Several of Saeed’s roommates are riders, and most of them are trapped between the fear of infection and the threat of running out of money. In Bologna, the majority of riders that keep working despite the virus are immigrants — mostly from Pakistan, Bangladesh, and Iran, according to Saeed — and the same happens across Italy.
Sushi Is Not a Right
Since February 21, the Italian government has issued a series of decrees to manage the worsening of the outbreak; some have confirmed that the protection of workers in Italy is rather fragile. This is the case of the decree that came into force on March 11 restricting commercial activities, such as shops, bars, and restaurants, but allowing home delivery. Food delivery has thus been defined as an essential public service for “the proper functioning of the remaining sectors,” and riders as a key player in the emergency.
The decree, known as “Cura Italia,” which came into force on March 17, established different subsidies to various groups of workers economically damaged by the virus. Some workers, because of their contractual profile, fall under this decree; others do not. For the moment, occasional collaboration — the type of contract that the majority of riders have — has been excluded.
Marco Marrone, a postdoctoral fellow at the Center for Humanities and Social Change of the Ca’ Foscari University of Venice, says the government is tackling the crisis by building a labor regime based on the exploitation of weaker workers, such as those employed in logistics or agriculture where the migrant workforce is dominant.
“It’s a new polarization within the labor market,” states Marrone, whose research focuses on labor and resistance. “On one side you have workers that live protected in their homes, on the other side there are all those that are forced to work outside, exposing themselves to the virus and also putting their family members at risk, to whom they return in the evening.”
Marrone is also a spokesperson for Riders Union Bologna, the group of riders and activists to which Gabriel and Saeed belong. “The government won’t stop talking about national solidarity but what kind of country is it that the survival of one worker is based on the exploitation of another?”
While food delivery was being defined as an essential service, most of the food delivery start-ups left their riders alone to manage the health measures needed to deal with the epidemiological emergency. And not only in economic terms.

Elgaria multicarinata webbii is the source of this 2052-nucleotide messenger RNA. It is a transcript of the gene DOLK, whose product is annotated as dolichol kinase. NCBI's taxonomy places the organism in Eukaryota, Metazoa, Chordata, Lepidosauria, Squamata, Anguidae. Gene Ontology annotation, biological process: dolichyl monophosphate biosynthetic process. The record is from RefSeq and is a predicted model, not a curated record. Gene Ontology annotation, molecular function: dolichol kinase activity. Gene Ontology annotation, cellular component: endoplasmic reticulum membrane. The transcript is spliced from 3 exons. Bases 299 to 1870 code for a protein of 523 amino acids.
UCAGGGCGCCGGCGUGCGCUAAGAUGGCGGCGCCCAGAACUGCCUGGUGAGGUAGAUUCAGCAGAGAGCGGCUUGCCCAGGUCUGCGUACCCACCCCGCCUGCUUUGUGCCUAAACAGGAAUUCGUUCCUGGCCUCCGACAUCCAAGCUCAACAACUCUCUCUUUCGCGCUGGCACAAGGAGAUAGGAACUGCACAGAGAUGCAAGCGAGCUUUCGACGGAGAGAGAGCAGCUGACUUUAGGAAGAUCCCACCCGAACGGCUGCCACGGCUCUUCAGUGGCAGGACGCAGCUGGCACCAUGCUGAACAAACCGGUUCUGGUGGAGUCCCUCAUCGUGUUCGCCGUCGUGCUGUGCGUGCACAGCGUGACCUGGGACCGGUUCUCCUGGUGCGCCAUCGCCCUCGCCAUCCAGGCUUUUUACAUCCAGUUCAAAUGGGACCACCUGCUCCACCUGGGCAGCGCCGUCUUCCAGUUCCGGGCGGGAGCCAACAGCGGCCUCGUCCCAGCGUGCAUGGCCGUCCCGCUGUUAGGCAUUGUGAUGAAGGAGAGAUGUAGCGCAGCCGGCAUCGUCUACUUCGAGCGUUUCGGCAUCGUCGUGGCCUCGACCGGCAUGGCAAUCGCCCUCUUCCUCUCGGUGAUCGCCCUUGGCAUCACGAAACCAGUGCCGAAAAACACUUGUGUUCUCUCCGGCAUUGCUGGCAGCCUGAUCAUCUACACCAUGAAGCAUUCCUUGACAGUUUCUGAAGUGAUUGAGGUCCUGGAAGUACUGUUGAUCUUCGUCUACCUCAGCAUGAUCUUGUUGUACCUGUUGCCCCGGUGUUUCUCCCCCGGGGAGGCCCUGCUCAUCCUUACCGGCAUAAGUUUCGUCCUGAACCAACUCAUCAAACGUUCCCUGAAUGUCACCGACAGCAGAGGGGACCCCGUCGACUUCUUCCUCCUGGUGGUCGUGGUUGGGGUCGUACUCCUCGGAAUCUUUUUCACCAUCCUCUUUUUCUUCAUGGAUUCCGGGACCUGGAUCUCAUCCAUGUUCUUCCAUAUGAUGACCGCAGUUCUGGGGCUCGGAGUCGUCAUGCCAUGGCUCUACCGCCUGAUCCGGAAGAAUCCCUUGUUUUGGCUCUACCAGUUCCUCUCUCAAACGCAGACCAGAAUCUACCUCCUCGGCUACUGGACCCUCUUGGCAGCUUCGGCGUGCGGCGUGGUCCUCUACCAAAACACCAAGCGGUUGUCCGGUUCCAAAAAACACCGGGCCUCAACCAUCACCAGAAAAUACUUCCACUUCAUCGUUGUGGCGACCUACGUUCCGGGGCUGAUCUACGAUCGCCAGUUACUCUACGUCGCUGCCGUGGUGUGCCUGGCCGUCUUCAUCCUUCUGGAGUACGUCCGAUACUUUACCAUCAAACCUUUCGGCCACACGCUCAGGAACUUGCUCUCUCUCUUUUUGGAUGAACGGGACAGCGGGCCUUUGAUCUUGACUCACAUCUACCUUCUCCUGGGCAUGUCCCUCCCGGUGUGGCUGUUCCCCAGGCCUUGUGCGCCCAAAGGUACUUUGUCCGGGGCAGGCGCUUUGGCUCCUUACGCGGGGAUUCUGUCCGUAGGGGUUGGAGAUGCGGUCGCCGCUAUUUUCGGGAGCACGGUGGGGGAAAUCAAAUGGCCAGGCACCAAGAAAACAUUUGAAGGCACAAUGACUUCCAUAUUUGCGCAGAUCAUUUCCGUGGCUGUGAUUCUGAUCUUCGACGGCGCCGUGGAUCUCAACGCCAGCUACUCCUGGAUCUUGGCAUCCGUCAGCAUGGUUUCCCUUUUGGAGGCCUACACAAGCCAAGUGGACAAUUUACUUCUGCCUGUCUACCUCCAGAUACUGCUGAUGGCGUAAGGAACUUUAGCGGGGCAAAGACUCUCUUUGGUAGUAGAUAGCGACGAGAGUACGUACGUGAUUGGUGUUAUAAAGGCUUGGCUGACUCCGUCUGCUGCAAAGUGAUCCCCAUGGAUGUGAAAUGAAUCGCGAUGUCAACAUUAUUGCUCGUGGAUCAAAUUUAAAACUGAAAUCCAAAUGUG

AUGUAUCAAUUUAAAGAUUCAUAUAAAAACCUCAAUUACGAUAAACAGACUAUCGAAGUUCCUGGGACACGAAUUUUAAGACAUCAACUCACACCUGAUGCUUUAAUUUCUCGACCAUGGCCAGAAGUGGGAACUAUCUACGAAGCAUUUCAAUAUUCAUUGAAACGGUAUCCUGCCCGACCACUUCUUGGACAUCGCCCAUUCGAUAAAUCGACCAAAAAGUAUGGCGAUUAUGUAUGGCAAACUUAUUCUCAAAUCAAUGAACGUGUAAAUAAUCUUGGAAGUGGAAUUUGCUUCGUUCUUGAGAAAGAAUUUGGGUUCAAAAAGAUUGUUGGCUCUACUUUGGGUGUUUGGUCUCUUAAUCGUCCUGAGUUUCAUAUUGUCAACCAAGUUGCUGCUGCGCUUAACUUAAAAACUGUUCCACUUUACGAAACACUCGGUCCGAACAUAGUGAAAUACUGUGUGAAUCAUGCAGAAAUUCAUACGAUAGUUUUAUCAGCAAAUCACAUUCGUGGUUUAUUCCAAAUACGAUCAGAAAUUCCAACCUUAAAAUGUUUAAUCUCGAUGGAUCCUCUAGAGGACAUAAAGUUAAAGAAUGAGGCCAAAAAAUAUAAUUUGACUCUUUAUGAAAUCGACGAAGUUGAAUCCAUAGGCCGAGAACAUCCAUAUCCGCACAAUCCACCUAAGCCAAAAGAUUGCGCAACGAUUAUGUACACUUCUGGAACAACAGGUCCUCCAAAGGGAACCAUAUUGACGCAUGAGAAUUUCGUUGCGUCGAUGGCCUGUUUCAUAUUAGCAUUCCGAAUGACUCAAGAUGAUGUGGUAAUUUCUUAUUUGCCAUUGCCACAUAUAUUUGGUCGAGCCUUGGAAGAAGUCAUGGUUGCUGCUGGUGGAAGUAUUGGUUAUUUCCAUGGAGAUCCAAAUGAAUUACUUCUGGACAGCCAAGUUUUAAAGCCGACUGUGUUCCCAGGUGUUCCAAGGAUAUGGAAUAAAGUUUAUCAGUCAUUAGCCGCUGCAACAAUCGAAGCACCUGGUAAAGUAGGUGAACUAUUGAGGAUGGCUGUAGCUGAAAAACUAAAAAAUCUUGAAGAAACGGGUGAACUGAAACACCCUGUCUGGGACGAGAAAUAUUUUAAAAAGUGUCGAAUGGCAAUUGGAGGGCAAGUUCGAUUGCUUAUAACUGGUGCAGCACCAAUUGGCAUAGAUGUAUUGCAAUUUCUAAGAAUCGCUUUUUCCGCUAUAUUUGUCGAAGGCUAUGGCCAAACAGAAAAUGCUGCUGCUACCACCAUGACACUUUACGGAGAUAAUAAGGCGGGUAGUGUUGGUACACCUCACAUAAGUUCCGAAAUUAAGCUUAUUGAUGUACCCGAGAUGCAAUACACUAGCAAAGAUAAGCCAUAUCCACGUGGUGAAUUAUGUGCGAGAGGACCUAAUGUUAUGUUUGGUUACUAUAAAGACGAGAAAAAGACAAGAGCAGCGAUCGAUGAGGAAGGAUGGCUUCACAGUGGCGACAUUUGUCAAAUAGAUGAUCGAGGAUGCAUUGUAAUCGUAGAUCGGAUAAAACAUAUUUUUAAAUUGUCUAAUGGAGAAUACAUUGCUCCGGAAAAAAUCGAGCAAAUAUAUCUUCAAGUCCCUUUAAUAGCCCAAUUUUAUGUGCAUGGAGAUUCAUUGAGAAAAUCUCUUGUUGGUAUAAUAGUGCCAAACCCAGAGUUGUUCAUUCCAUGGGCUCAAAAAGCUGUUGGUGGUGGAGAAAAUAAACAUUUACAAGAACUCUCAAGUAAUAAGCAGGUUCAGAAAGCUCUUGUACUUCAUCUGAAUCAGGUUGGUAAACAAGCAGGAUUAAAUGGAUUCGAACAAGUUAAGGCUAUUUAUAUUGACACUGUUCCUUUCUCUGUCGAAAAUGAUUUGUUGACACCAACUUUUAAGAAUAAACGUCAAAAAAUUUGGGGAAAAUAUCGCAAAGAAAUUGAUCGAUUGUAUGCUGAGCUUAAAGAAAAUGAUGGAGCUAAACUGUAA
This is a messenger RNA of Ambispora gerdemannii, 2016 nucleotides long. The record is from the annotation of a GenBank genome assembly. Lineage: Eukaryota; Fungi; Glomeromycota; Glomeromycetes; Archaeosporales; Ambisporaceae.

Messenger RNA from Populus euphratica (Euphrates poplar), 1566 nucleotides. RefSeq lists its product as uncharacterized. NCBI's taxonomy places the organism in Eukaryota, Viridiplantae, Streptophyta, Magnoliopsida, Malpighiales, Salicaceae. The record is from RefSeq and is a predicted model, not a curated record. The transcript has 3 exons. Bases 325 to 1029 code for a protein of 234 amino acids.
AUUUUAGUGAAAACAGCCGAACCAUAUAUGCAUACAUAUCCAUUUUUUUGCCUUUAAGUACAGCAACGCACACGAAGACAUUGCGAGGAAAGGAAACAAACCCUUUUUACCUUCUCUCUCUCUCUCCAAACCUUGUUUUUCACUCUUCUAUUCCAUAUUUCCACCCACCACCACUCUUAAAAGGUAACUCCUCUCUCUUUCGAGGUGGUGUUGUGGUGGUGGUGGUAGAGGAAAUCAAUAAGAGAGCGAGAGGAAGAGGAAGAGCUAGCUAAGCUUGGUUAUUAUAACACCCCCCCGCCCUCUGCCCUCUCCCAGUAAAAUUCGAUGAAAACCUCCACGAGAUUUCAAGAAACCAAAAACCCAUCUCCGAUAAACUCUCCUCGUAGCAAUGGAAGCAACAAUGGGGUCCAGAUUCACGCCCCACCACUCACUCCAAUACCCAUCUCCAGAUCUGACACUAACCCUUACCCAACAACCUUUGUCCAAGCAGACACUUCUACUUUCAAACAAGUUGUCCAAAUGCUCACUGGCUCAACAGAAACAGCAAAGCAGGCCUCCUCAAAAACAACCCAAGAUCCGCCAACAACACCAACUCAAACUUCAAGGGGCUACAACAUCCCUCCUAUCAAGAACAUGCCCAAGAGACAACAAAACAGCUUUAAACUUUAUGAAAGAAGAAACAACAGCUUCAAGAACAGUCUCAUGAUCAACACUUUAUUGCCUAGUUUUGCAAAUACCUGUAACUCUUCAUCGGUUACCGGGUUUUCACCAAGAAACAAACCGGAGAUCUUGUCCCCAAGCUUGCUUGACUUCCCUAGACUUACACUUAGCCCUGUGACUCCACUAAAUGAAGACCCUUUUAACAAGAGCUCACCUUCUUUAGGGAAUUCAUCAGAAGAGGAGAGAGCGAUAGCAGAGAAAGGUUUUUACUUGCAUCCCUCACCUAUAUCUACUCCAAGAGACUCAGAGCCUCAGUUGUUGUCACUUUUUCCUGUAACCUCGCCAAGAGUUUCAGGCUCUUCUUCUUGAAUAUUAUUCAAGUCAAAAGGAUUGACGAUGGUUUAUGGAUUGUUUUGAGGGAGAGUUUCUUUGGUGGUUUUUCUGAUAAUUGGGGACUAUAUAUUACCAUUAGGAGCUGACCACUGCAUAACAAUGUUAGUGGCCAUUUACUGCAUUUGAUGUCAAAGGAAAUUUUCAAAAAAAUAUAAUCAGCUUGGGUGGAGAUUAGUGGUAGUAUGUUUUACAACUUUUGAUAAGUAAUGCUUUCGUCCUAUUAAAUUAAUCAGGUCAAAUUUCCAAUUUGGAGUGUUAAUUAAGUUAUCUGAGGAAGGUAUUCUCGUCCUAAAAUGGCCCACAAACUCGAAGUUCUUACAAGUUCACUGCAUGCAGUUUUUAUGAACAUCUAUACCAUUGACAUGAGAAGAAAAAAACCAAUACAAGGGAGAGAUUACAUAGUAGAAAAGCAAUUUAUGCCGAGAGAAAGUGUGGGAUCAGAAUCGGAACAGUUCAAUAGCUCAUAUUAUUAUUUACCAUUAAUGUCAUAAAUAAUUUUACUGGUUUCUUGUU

“We didn’t receive any specific training. Precautions are at one’s discretion,” Gabriel says. “But as far as we try to work safely and hygienically, for us and for clients, we can’t be 100 percent sure we are doing it right.”
Of his own initiative, Gabriel has established a ritual that seems acceptable to him: he always wears a mask and disinfects his hands with sanitizer before entering the client’s building and after leaving it. When he picks up orders at the restaurants, he stays at a safe distance and doesn’t touch anything besides his bicycle.
At home, he doesn’t have to deal with the fear of infecting other people. His roommate had to leave Bologna after losing her job; she was working without a contract and got fired overnight when her workplace shut down for the pandemic.
According to the legislative decree n. 101/2019, focused on the improvement of riders’ working conditions and passed by the Italian government last autumn, digital platforms must supply riders with “individual protection devices,” all equipment intended to be worn by workers in order to protect against the risks present in the work activity. During the COVID-19 crisis, that means masks, hand sanitizer, and gloves.
Yet delay and neglect have characterized most of the companies’ responses. In Rome, the start-up Glovo primed the pump with a sort of snowball strategy by giving a batch of masks to some riders who had to distribute them to the rest of Glovo’s couriers. In Turin, the health kits promised by the British company Just Eat began to arrive on March 30. Their contents: one disposable mask.
On March 18, Deliveroo announced a €25 refund bonus for the purchase of protective equipment. However, the fund was only valid for those who had made at least one delivery in the previous two weeks. If you had stopped working because the virus was starting to worry you and you didn’t feel protected, that was your business.
“The choice between health and income is like blackmail,” says Tommaso Falchi, a rider and another spokesperson for Riders Union Bologna, who decided not to work during COVID-19. “A public essential service cannot be carried out by precarious and exploited workers. It’s a contradiction. As Riders Union, we are trying to convince people that home-delivered sushi or pizza can’t be a right.”
Riders vs. Capitalism
In mid-March, riders from all over Italy began a campaign sending video testimonies and taking photos of themselves holding signs with a batch of hashtags: #PeopleBeforeProfits, #NotForUsButForAll, #StopDelivering. The initiative has been launched by an alliance of different independent unions and grassroots riders’ organizations such as Deliverance Milano, Riders Union Bologna, Riders Union Roma, Riders per Napoli – Pirate Union, and the Turin-based network Deliverance Project.